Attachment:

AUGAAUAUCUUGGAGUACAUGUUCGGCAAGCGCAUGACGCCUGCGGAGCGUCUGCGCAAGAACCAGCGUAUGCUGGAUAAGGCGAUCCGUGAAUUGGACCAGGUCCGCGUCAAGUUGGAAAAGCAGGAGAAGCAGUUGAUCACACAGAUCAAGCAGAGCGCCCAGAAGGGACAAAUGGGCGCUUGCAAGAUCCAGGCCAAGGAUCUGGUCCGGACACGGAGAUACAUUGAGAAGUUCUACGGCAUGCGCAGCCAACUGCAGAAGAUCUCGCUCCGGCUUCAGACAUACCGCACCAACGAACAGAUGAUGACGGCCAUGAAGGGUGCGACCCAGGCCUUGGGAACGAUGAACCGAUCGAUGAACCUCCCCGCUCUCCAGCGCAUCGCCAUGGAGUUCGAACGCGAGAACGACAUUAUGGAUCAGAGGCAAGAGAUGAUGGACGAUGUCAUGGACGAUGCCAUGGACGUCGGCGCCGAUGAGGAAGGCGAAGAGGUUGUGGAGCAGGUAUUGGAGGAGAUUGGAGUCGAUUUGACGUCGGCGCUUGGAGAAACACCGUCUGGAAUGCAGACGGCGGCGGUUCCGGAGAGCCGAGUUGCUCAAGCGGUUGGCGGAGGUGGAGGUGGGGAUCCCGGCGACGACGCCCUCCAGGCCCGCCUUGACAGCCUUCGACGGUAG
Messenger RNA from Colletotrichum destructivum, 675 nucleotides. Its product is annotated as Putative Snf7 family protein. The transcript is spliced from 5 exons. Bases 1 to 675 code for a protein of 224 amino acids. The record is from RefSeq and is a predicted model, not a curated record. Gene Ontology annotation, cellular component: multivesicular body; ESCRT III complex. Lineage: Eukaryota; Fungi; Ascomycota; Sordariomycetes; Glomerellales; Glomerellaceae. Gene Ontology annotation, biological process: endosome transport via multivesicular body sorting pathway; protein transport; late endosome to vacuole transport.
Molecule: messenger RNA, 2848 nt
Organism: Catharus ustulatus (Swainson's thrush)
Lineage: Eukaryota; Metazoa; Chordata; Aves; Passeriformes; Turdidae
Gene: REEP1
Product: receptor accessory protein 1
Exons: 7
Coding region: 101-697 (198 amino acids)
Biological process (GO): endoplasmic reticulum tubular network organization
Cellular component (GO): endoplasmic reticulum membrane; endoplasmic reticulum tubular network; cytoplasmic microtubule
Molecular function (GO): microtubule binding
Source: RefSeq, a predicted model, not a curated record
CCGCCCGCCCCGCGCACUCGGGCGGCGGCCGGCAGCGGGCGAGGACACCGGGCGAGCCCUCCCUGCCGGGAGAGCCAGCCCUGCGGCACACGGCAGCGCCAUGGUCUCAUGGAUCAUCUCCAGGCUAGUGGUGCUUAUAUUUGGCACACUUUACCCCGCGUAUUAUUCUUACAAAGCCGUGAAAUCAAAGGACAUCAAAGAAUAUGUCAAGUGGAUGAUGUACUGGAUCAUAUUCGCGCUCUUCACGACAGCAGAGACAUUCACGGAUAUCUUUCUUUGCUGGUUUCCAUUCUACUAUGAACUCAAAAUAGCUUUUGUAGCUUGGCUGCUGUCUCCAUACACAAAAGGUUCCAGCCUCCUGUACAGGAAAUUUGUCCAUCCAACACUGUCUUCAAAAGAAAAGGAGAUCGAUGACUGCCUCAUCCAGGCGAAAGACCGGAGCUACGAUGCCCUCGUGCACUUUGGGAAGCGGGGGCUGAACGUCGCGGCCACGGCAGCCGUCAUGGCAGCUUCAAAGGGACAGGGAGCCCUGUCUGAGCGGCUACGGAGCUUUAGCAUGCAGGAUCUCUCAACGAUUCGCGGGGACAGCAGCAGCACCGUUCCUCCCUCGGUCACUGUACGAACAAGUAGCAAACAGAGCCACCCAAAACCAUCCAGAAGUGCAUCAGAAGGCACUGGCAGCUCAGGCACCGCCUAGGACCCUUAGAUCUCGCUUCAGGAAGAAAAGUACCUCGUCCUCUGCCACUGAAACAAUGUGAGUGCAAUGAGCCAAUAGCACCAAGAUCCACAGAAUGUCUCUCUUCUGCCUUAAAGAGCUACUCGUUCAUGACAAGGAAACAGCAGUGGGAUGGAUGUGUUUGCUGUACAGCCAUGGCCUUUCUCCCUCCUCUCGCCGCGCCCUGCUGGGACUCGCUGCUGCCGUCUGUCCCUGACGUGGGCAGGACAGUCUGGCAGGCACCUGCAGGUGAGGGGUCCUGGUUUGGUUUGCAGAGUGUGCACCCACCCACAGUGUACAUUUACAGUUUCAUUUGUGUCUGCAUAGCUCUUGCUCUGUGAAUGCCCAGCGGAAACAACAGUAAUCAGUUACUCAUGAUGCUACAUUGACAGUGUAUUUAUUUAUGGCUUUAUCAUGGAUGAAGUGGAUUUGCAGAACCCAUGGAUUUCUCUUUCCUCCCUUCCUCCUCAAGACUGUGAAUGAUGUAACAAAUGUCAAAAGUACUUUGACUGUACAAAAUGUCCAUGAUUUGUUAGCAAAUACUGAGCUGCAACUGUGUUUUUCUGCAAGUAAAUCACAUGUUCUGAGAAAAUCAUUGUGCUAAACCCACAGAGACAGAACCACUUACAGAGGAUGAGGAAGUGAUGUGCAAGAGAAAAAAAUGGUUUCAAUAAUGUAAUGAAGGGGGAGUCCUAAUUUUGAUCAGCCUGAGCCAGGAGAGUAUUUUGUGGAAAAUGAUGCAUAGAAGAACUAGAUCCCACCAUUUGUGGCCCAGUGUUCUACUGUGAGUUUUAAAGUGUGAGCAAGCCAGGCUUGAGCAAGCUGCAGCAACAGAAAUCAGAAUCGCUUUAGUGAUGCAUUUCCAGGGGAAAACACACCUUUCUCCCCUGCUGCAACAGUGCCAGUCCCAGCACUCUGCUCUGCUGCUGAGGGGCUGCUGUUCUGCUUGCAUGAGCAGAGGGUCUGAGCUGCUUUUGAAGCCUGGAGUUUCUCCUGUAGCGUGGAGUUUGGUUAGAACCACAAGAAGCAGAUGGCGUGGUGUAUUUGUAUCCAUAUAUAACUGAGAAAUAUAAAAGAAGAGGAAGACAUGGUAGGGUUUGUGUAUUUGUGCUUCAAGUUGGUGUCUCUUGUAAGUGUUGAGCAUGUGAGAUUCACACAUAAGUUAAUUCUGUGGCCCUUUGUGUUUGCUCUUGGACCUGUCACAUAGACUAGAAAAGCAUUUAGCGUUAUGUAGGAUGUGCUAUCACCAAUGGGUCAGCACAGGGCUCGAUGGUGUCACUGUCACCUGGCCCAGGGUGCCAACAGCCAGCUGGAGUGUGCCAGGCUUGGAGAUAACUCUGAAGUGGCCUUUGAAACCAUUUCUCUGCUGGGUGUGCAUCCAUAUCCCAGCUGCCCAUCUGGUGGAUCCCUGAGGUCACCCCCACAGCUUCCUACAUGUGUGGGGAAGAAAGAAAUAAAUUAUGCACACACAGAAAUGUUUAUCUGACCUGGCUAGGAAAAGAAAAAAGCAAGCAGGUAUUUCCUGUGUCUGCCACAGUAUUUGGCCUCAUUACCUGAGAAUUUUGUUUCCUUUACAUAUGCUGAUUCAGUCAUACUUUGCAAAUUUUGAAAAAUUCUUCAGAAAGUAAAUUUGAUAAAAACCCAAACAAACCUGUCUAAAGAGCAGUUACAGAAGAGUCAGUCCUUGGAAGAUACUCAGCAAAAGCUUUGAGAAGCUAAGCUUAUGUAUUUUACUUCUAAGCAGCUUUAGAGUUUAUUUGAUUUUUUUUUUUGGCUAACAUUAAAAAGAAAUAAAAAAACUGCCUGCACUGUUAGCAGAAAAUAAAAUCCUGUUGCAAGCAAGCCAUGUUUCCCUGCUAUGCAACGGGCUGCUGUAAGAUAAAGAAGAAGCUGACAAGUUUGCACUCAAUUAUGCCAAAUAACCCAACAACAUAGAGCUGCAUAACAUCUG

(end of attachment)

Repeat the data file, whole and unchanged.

AUGAAUAUCUUGGAGUACAUGUUCGGCAAGCGCAUGACGCCUGCGGAGCGUCUGCGCAAGAACCAGCGUAUGCUGGAUAAGGCGAUCCGUGAAUUGGACCAGGUCCGCGUCAAGUUGGAAAAGCAGGAGAAGCAGUUGAUCACACAGAUCAAGCAGAGCGCCCAGAAGGGACAAAUGGGCGCUUGCAAGAUCCAGGCCAAGGAUCUGGUCCGGACACGGAGAUACAUUGAGAAGUUCUACGGCAUGCGCAGCCAACUGCAGAAGAUCUCGCUCCGGCUUCAGACAUACCGCACCAACGAACAGAUGAUGACGGCCAUGAAGGGUGCGACCCAGGCCUUGGGAACGAUGAACCGAUCGAUGAACCUCCCCGCUCUCCAGCGCAUCGCCAUGGAGUUCGAACGCGAGAACGACAUUAUGGAUCAGAGGCAAGAGAUGAUGGACGAUGUCAUGGACGAUGCCAUGGACGUCGGCGCCGAUGAGGAAGGCGAAGAGGUUGUGGAGCAGGUAUUGGAGGAGAUUGGAGUCGAUUUGACGUCGGCGCUUGGAGAAACACCGUCUGGAAUGCAGACGGCGGCGGUUCCGGAGAGCCGAGUUGCUCAAGCGGUUGGCGGAGGUGGAGGUGGGGAUCCCGGCGACGACGCCCUCCAGGCCCGCCUUGACAGCCUUCGACGGUAG
Messenger RNA from Colletotrichum destructivum, 675 nucleotides. Its product is annotated as Putative Snf7 family protein. The transcript is spliced from 5 exons. Bases 1 to 675 code for a protein of 224 amino acids. The record is from RefSeq and is a predicted model, not a curated record. Gene Ontology annotation, cellular component: multivesicular body; ESCRT III complex. Lineage: Eukaryota; Fungi; Ascomycota; Sordariomycetes; Glomerellales; Glomerellaceae. Gene Ontology annotation, biological process: endosome transport via multivesicular body sorting pathway; protein transport; late endosome to vacuole transport.
Molecule: messenger RNA, 2848 nt
Organism: Catharus ustulatus (Swainson's thrush)
Lineage: Eukaryota; Metazoa; Chordata; Aves; Passeriformes; Turdidae
Gene: REEP1
Product: receptor accessory protein 1
Exons: 7
Coding region: 101-697 (198 amino acids)
Biological process (GO): endoplasmic reticulum tubular network organization
Cellular component (GO): endoplasmic reticulum membrane; endoplasmic reticulum tubular network; cytoplasmic microtubule
Molecular function (GO): microtubule binding
Source: RefSeq, a predicted model, not a curated record
CCGCCCGCCCCGCGCACUCGGGCGGCGGCCGGCAGCGGGCGAGGACACCGGGCGAGCCCUCCCUGCCGGGAGAGCCAGCCCUGCGGCACACGGCAGCGCCAUGGUCUCAUGGAUCAUCUCCAGGCUAGUGGUGCUUAUAUUUGGCACACUUUACCCCGCGUAUUAUUCUUACAAAGCCGUGAAAUCAAAGGACAUCAAAGAAUAUGUCAAGUGGAUGAUGUACUGGAUCAUAUUCGCGCUCUUCACGACAGCAGAGACAUUCACGGAUAUCUUUCUUUGCUGGUUUCCAUUCUACUAUGAACUCAAAAUAGCUUUUGUAGCUUGGCUGCUGUCUCCAUACACAAAAGGUUCCAGCCUCCUGUACAGGAAAUUUGUCCAUCCAACACUGUCUUCAAAAGAAAAGGAGAUCGAUGACUGCCUCAUCCAGGCGAAAGACCGGAGCUACGAUGCCCUCGUGCACUUUGGGAAGCGGGGGCUGAACGUCGCGGCCACGGCAGCCGUCAUGGCAGCUUCAAAGGGACAGGGAGCCCUGUCUGAGCGGCUACGGAGCUUUAGCAUGCAGGAUCUCUCAACGAUUCGCGGGGACAGCAGCAGCACCGUUCCUCCCUCGGUCACUGUACGAACAAGUAGCAAACAGAGCCACCCAAAACCAUCCAGAAGUGCAUCAGAAGGCACUGGCAGCUCAGGCACCGCCUAGGACCCUUAGAUCUCGCUUCAGGAAGAAAAGUACCUCGUCCUCUGCCACUGAAACAAUGUGAGUGCAAUGAGCCAAUAGCACCAAGAUCCACAGAAUGUCUCUCUUCUGCCUUAAAGAGCUACUCGUUCAUGACAAGGAAACAGCAGUGGGAUGGAUGUGUUUGCUGUACAGCCAUGGCCUUUCUCCCUCCUCUCGCCGCGCCCUGCUGGGACUCGCUGCUGCCGUCUGUCCCUGACGUGGGCAGGACAGUCUGGCAGGCACCUGCAGGUGAGGGGUCCUGGUUUGGUUUGCAGAGUGUGCACCCACCCACAGUGUACAUUUACAGUUUCAUUUGUGUCUGCAUAGCUCUUGCUCUGUGAAUGCCCAGCGGAAACAACAGUAAUCAGUUACUCAUGAUGCUACAUUGACAGUGUAUUUAUUUAUGGCUUUAUCAUGGAUGAAGUGGAUUUGCAGAACCCAUGGAUUUCUCUUUCCUCCCUUCCUCCUCAAGACUGUGAAUGAUGUAACAAAUGUCAAAAGUACUUUGACUGUACAAAAUGUCCAUGAUUUGUUAGCAAAUACUGAGCUGCAACUGUGUUUUUCUGCAAGUAAAUCACAUGUUCUGAGAAAAUCAUUGUGCUAAACCCACAGAGACAGAACCACUUACAGAGGAUGAGGAAGUGAUGUGCAAGAGAAAAAAAUGGUUUCAAUAAUGUAAUGAAGGGGGAGUCCUAAUUUUGAUCAGCCUGAGCCAGGAGAGUAUUUUGUGGAAAAUGAUGCAUAGAAGAACUAGAUCCCACCAUUUGUGGCCCAGUGUUCUACUGUGAGUUUUAAAGUGUGAGCAAGCCAGGCUUGAGCAAGCUGCAGCAACAGAAAUCAGAAUCGCUUUAGUGAUGCAUUUCCAGGGGAAAACACACCUUUCUCCCCUGCUGCAACAGUGCCAGUCCCAGCACUCUGCUCUGCUGCUGAGGGGCUGCUGUUCUGCUUGCAUGAGCAGAGGGUCUGAGCUGCUUUUGAAGCCUGGAGUUUCUCCUGUAGCGUGGAGUUUGGUUAGAACCACAAGAAGCAGAUGGCGUGGUGUAUUUGUAUCCAUAUAUAACUGAGAAAUAUAAAAGAAGAGGAAGACAUGGUAGGGUUUGUGUAUUUGUGCUUCAAGUUGGUGUCUCUUGUAAGUGUUGAGCAUGUGAGAUUCACACAUAAGUUAAUUCUGUGGCCCUUUGUGUUUGCUCUUGGACCUGUCACAUAGACUAGAAAAGCAUUUAGCGUUAUGUAGGAUGUGCUAUCACCAAUGGGUCAGCACAGGGCUCGAUGGUGUCACUGUCACCUGGCCCAGGGUGCCAACAGCCAGCUGGAGUGUGCCAGGCUUGGAGAUAACUCUGAAGUGGCCUUUGAAACCAUUUCUCUGCUGGGUGUGCAUCCAUAUCCCAGCUGCCCAUCUGGUGGAUCCCUGAGGUCACCCCCACAGCUUCCUACAUGUGUGGGGAAGAAAGAAAUAAAUUAUGCACACACAGAAAUGUUUAUCUGACCUGGCUAGGAAAAGAAAAAAGCAAGCAGGUAUUUCCUGUGUCUGCCACAGUAUUUGGCCUCAUUACCUGAGAAUUUUGUUUCCUUUACAUAUGCUGAUUCAGUCAUACUUUGCAAAUUUUGAAAAAUUCUUCAGAAAGUAAAUUUGAUAAAAACCCAAACAAACCUGUCUAAAGAGCAGUUACAGAAGAGUCAGUCCUUGGAAGAUACUCAGCAAAAGCUUUGAGAAGCUAAGCUUAUGUAUUUUACUUCUAAGCAGCUUUAGAGUUUAUUUGAUUUUUUUUUUUGGCUAACAUUAAAAAGAAAUAAAAAAACUGCCUGCACUGUUAGCAGAAAAUAAAAUCCUGUUGCAAGCAAGCCAUGUUUCCCUGCUAUGCAACGGGCUGCUGUAAGAUAAAGAAGAAGCUGACAAGUUUGCACUCAAUUAUGCCAAAUAACCCAACAACAUAGAGCUGCAUAACAUCUG